At the recent meeting of The Public Risk Management Association of Maryland (PRIMA), Andrew Murray, Supervising Attorney of the Anne Arundel County Office of Law shared his insights and experience with immunities and tort claims in Maryland. Mr. Murray reviewed the immunities available to local governments and their employees, including public officials. He also delineated different elements of the Local Government Tort Claims Act, Cts. & Judicial Proc. Art. section 3-401 et seq. PRIMA’s aim for the meeting was to equip the audience with ways to better address current or future tort claims.
The discussion included concerns about a potential increase in liability for local governments. Raising of the limits for claims would allow plaintiffs to receive more damages from governments who do not successful defend against tort actions. A change in the notice provisions could allow more plaintiffs to sue.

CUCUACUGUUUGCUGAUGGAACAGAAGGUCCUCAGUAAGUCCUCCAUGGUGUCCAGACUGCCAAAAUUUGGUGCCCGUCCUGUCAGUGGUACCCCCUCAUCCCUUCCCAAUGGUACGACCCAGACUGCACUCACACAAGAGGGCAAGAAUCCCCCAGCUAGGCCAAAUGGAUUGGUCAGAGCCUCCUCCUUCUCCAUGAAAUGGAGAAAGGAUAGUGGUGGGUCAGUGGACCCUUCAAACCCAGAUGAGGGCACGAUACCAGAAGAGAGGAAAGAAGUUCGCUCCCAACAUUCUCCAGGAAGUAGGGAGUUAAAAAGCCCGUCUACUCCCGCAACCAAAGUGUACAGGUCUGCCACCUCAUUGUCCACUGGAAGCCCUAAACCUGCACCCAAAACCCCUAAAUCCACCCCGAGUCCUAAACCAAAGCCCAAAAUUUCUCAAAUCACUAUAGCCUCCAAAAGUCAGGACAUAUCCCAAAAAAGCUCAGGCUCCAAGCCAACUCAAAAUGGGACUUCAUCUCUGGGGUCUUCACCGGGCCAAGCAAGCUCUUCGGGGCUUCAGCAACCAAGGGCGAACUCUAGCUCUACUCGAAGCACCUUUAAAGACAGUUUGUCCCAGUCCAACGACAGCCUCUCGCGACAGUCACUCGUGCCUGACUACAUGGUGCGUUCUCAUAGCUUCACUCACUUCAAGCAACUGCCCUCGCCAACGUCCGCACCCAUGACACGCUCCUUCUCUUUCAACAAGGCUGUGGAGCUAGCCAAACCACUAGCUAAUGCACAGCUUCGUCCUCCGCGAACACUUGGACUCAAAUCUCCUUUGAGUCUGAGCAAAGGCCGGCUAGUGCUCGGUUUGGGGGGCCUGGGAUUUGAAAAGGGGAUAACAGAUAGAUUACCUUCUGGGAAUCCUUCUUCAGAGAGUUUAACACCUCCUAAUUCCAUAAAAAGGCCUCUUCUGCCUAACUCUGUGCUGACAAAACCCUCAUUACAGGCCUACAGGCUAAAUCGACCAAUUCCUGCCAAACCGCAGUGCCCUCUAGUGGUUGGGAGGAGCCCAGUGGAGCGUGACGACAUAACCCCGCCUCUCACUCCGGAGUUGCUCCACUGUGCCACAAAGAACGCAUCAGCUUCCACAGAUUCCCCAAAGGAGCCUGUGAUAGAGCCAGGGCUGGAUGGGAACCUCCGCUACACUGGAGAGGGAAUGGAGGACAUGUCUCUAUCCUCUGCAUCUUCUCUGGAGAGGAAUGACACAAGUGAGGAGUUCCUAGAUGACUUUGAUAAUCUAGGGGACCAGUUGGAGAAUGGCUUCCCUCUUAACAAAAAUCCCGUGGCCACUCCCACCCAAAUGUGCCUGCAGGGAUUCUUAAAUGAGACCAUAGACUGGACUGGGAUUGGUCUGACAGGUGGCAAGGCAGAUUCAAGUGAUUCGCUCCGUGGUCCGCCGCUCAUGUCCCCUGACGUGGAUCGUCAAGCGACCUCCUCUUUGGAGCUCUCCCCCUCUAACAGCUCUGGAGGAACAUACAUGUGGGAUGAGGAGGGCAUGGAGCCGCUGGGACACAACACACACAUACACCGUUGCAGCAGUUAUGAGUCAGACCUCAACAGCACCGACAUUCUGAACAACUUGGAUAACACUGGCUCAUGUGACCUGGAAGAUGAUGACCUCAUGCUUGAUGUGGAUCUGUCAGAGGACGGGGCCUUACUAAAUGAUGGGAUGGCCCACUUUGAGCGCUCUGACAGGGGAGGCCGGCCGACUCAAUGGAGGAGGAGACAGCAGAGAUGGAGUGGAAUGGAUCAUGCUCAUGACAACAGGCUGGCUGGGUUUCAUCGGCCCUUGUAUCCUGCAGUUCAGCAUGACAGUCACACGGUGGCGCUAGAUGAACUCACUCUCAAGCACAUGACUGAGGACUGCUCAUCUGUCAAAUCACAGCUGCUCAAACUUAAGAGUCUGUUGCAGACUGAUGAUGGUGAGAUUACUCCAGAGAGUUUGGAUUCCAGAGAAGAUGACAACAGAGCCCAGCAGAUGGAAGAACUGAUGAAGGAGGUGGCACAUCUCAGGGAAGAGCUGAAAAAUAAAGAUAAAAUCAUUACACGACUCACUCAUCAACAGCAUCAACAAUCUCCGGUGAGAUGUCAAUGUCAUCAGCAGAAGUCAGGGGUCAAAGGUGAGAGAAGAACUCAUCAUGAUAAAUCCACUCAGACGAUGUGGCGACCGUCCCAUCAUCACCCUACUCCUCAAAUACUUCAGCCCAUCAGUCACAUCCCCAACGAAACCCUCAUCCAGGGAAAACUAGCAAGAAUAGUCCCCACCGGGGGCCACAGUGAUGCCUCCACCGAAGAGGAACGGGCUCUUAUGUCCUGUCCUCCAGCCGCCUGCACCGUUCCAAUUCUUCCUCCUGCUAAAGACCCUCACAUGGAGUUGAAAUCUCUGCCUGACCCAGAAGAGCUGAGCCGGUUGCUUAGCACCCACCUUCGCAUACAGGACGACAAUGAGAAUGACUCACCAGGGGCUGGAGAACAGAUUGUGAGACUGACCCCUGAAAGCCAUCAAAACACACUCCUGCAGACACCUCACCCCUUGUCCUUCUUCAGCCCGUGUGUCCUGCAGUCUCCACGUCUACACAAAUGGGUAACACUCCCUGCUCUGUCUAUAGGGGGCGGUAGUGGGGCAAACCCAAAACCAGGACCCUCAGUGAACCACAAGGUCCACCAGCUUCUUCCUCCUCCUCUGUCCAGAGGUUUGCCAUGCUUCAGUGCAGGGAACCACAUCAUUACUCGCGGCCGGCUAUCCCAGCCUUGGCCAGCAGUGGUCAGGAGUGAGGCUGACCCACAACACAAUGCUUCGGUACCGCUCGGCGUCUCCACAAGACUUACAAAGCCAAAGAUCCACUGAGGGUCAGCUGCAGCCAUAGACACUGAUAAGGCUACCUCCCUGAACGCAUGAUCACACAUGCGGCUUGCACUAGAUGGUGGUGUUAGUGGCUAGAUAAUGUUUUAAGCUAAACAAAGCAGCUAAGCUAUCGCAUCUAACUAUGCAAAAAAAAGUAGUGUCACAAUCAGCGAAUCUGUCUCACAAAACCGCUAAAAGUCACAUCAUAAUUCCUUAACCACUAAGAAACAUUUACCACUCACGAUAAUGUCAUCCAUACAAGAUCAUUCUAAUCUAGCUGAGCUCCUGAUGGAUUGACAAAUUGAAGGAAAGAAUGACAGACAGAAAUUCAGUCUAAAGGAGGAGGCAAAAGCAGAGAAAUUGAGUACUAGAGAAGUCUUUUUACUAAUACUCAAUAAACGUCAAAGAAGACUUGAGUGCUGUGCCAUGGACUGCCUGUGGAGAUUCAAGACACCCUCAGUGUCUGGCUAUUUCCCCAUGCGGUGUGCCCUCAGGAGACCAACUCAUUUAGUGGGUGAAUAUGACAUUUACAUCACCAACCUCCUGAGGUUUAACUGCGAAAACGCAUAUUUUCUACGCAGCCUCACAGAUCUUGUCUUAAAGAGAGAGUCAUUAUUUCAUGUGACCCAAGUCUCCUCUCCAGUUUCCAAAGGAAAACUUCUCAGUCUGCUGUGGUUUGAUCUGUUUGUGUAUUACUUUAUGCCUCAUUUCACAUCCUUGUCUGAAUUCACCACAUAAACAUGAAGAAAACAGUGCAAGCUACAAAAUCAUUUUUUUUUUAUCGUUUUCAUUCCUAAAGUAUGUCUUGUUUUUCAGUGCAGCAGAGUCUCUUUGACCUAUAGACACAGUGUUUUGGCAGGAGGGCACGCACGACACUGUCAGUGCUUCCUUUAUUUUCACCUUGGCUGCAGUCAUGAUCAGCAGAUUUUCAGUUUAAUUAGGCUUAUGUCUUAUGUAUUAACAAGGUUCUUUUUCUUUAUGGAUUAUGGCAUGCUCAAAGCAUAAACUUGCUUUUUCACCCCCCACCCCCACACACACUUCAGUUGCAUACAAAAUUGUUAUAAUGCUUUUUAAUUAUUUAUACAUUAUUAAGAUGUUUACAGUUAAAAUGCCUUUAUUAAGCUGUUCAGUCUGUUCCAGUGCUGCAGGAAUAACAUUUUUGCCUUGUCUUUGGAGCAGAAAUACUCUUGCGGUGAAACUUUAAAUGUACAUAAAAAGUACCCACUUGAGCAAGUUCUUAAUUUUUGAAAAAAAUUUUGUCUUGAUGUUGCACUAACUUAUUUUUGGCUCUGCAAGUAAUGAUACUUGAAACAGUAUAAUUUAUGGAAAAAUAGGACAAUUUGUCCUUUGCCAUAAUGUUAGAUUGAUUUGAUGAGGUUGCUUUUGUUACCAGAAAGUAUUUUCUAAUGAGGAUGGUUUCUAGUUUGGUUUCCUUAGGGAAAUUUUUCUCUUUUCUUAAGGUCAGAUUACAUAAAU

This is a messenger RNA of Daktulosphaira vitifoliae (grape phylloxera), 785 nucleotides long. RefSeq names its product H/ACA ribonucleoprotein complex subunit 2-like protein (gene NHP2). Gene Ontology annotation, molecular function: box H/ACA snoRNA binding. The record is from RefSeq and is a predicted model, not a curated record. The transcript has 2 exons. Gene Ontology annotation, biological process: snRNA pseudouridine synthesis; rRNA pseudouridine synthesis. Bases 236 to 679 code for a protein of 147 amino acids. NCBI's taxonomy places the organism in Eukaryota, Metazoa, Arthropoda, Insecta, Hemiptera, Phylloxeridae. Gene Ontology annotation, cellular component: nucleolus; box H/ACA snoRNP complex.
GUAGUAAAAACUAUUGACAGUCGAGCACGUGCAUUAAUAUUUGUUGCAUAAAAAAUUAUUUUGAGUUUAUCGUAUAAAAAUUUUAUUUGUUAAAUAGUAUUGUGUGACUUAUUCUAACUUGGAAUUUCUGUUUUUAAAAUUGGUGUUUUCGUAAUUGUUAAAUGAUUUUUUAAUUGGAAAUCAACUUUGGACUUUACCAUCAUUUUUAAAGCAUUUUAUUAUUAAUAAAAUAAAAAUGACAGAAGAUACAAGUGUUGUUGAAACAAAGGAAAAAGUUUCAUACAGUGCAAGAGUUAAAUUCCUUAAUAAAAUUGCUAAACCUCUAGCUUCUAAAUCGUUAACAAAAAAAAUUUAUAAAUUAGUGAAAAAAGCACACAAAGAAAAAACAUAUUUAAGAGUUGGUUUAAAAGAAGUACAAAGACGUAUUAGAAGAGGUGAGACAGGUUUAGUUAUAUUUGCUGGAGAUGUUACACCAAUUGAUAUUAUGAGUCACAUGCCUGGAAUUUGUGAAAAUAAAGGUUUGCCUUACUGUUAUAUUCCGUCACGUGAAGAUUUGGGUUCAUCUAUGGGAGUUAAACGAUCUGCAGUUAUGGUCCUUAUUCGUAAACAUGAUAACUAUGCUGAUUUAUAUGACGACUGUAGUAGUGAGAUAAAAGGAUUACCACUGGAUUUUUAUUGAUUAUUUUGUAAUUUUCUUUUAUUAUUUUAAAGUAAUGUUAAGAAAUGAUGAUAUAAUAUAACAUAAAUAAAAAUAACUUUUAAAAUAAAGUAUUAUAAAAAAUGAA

This past legislative session, MACo opposed a bill that would have authorized a court to award a prevailing party attorney’s fees and expenses in a civil action: (1) to enforce a right secured by the Maryland Constitution or Declaration of Rights; or (2) that has resulted in the enforcement of an important right affecting the public interest. HB 130 / SB 263 would have allowed a prevailing plaintiff to collect attorney’s fees based on a variety of factors and considerations but a prevailing defendant would only be allowed to recover fees if the court determines that the plaintiff’s suit was frivolous. The bill also specified that any attorney fees awarded under the bill’s provisions do not count against the existing liability cap for the Maryland Tort Claims Act (MTCA) and the Local Government Tort Claims Act (LGTCA). MACo opposed the bill, arguing that it would lead to increased litigation, treated plaintiffs and defendants unequally, and would increase costs for local governments. The bill ultimately failed.